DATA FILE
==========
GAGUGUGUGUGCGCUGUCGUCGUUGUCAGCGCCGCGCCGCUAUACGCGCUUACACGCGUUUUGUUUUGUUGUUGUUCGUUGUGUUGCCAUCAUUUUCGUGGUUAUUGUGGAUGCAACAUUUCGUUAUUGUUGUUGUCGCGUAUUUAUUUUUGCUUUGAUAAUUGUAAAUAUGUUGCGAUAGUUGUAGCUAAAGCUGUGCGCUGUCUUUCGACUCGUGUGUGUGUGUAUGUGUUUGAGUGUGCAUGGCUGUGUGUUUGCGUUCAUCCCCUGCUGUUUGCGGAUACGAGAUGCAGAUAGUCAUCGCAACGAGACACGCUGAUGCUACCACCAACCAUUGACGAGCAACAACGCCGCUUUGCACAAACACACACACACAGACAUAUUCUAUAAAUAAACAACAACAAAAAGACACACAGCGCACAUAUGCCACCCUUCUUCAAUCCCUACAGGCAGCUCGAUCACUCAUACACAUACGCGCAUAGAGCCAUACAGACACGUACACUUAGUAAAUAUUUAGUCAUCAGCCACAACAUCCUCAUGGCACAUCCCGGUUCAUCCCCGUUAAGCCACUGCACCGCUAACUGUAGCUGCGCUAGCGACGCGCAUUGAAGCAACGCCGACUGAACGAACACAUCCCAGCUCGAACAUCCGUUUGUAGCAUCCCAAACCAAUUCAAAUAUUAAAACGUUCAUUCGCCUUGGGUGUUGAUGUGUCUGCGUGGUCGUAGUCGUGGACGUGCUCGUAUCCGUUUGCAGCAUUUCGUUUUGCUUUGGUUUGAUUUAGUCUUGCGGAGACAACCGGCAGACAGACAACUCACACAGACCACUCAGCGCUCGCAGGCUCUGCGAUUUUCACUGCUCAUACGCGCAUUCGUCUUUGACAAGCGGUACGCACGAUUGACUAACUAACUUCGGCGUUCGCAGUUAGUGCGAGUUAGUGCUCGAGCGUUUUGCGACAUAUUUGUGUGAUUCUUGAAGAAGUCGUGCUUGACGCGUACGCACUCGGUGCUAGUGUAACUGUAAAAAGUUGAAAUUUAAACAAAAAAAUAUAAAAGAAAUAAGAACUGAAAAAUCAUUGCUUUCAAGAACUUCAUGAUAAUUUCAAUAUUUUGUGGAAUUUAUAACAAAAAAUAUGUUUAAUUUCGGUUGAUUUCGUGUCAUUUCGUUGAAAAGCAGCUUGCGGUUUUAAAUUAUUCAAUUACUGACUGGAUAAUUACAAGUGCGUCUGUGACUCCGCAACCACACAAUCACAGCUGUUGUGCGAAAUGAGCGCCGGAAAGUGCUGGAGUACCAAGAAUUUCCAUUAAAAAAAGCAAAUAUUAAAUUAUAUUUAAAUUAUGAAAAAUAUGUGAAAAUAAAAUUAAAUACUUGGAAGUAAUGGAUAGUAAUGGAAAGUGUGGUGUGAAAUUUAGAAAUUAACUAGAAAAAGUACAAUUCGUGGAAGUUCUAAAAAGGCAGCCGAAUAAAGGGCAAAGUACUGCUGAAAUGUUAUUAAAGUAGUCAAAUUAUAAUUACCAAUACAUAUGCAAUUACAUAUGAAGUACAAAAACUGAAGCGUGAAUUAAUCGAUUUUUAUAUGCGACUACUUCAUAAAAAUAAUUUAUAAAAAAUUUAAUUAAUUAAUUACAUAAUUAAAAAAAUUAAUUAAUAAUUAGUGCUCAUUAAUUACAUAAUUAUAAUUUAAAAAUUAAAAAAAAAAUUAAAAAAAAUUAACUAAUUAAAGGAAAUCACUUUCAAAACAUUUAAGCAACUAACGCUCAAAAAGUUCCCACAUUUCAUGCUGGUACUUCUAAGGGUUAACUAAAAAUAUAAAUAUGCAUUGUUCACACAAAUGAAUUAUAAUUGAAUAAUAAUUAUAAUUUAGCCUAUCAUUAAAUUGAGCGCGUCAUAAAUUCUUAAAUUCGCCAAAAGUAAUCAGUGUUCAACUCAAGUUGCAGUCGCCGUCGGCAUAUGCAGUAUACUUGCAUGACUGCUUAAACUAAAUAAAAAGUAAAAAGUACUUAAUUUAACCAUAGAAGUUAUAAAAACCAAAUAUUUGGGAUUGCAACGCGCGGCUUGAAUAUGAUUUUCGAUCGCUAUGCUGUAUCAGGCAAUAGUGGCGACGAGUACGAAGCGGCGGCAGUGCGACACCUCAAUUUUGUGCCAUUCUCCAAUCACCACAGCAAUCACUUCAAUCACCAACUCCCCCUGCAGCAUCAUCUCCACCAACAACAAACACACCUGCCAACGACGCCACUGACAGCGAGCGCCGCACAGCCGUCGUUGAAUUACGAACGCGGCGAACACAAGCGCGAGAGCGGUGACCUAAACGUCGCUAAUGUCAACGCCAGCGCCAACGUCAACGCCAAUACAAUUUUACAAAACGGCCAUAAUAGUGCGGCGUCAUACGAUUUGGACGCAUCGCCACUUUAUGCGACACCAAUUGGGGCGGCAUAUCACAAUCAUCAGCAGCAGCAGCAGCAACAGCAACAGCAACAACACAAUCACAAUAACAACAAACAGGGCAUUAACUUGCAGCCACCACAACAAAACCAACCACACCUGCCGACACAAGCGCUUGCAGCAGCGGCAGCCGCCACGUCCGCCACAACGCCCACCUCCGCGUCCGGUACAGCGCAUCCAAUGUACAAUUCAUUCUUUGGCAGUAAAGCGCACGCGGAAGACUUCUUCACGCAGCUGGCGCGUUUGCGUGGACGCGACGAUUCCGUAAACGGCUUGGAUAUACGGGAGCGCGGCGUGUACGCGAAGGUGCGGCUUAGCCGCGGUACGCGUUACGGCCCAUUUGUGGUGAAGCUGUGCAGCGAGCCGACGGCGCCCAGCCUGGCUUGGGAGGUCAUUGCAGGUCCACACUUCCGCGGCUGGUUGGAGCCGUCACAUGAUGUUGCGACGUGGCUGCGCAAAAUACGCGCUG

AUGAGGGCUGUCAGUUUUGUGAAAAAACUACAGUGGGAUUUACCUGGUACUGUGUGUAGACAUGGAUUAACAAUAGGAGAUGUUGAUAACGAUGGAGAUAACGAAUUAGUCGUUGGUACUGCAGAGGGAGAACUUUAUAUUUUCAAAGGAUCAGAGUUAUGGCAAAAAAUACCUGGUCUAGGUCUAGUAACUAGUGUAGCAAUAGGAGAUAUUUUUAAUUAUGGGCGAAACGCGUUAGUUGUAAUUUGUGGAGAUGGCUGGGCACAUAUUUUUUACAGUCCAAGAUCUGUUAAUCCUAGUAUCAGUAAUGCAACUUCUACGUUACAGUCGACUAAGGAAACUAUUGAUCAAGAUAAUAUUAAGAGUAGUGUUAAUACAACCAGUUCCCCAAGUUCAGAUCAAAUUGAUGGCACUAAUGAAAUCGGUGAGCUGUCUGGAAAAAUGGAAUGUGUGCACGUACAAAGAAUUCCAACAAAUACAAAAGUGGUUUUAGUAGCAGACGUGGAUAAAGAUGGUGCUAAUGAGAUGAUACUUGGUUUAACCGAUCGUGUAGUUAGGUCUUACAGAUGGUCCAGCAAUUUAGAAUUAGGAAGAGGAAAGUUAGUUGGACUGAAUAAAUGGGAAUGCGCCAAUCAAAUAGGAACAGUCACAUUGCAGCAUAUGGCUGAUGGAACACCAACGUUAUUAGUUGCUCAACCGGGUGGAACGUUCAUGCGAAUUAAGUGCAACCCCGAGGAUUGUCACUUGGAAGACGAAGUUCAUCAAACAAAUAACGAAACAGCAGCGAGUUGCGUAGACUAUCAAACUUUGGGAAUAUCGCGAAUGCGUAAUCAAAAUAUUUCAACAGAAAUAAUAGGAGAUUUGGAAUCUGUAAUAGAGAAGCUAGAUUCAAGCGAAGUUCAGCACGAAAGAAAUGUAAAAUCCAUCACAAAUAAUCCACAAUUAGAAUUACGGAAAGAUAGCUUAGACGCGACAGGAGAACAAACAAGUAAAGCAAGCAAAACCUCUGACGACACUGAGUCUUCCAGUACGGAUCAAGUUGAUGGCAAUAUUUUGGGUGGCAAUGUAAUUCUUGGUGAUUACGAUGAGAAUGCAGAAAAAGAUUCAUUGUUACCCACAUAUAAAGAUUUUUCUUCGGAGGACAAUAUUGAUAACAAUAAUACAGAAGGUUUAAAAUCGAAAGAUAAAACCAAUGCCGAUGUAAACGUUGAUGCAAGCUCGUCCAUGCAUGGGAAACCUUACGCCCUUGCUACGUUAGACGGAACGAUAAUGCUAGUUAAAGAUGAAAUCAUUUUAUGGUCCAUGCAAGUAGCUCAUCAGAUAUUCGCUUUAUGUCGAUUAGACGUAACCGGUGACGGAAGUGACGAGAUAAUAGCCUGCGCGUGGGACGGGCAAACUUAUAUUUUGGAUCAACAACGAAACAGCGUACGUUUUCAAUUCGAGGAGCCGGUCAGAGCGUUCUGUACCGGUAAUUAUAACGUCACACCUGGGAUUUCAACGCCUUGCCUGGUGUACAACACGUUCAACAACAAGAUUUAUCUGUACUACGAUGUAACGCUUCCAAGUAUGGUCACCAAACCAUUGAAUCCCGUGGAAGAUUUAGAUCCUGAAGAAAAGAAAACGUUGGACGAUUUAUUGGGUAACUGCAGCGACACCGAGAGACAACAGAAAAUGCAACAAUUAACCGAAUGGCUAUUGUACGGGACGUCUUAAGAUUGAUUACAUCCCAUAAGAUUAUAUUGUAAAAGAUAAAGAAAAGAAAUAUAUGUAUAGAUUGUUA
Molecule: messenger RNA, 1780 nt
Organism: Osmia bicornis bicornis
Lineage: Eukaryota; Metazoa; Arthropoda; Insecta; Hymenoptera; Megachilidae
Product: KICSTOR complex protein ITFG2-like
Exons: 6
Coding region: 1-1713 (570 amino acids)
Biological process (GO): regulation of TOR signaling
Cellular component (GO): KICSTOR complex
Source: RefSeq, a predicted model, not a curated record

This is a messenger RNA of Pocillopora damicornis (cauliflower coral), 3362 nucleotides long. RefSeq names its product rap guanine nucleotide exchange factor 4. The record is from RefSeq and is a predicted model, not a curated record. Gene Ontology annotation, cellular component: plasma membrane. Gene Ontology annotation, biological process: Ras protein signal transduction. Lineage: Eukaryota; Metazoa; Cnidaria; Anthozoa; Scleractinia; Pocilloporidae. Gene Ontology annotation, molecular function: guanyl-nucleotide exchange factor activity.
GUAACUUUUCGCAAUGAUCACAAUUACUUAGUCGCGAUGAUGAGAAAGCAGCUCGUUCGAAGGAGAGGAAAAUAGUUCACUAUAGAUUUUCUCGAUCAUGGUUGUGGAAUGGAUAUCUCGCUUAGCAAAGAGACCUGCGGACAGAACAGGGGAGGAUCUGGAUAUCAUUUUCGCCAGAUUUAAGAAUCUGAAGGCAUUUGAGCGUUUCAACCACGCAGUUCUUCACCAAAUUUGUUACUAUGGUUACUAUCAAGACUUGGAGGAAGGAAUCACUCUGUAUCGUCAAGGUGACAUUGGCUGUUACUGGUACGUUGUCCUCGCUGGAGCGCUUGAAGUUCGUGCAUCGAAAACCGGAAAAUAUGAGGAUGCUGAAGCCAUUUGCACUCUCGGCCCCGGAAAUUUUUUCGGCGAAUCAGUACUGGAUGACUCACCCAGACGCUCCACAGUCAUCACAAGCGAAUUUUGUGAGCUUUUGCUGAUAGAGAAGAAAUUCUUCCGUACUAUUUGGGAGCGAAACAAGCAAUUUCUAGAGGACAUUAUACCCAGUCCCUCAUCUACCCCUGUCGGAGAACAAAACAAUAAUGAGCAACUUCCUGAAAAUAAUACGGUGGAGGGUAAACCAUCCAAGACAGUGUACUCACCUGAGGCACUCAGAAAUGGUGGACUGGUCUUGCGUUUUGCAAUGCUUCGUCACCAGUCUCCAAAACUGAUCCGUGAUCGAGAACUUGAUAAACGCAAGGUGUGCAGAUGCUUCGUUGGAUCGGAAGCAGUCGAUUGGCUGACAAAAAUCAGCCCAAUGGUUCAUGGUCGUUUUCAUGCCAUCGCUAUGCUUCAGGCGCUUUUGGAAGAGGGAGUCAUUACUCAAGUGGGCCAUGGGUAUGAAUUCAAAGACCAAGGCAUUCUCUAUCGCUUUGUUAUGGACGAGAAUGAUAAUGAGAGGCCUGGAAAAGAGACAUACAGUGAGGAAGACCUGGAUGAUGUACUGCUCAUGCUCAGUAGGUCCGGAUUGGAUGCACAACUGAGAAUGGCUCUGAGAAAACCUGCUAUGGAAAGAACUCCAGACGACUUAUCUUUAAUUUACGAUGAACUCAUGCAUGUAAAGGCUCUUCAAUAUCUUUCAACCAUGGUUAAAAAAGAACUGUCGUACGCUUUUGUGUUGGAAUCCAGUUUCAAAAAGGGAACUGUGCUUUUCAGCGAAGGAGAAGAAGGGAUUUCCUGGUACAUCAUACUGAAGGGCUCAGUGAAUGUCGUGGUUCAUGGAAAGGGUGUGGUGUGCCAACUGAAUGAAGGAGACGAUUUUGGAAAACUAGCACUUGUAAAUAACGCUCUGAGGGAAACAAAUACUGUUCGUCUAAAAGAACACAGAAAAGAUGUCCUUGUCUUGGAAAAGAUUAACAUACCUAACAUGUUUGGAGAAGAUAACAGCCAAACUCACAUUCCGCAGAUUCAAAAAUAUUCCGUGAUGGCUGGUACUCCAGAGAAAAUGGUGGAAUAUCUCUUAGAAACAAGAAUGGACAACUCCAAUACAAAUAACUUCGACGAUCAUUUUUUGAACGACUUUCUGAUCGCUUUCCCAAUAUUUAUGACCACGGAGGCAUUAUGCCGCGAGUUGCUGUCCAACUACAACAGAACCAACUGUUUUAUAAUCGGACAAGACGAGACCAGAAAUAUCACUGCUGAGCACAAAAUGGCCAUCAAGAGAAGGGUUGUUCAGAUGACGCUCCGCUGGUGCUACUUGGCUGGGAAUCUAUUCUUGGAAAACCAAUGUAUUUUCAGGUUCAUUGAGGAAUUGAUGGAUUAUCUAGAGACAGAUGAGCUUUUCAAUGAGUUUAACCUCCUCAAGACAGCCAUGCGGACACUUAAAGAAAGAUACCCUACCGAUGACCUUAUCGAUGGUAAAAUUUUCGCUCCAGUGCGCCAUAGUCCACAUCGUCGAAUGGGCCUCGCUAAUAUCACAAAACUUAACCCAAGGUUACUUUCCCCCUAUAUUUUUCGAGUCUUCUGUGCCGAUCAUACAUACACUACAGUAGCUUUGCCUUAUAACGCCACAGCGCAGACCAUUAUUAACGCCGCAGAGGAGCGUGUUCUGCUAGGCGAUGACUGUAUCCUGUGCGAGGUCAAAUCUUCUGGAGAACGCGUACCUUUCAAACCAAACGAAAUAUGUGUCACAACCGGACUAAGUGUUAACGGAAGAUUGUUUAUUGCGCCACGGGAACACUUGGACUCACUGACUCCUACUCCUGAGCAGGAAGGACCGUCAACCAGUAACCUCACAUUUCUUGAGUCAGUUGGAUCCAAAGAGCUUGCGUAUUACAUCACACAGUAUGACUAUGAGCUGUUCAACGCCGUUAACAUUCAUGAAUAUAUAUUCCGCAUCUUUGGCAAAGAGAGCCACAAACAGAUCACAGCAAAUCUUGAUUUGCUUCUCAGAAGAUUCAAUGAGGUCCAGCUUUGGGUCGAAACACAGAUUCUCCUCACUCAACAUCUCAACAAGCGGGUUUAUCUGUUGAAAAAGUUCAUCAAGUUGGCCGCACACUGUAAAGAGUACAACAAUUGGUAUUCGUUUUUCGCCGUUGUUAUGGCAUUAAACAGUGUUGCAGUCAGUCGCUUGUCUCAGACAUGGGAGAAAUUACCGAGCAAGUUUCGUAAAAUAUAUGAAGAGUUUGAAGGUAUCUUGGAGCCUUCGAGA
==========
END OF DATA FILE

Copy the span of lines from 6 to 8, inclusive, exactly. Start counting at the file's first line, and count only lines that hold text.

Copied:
Product: KICSTOR complex protein ITFG2-like
Exons: 6
Coding region: 1-1713 (570 amino acids)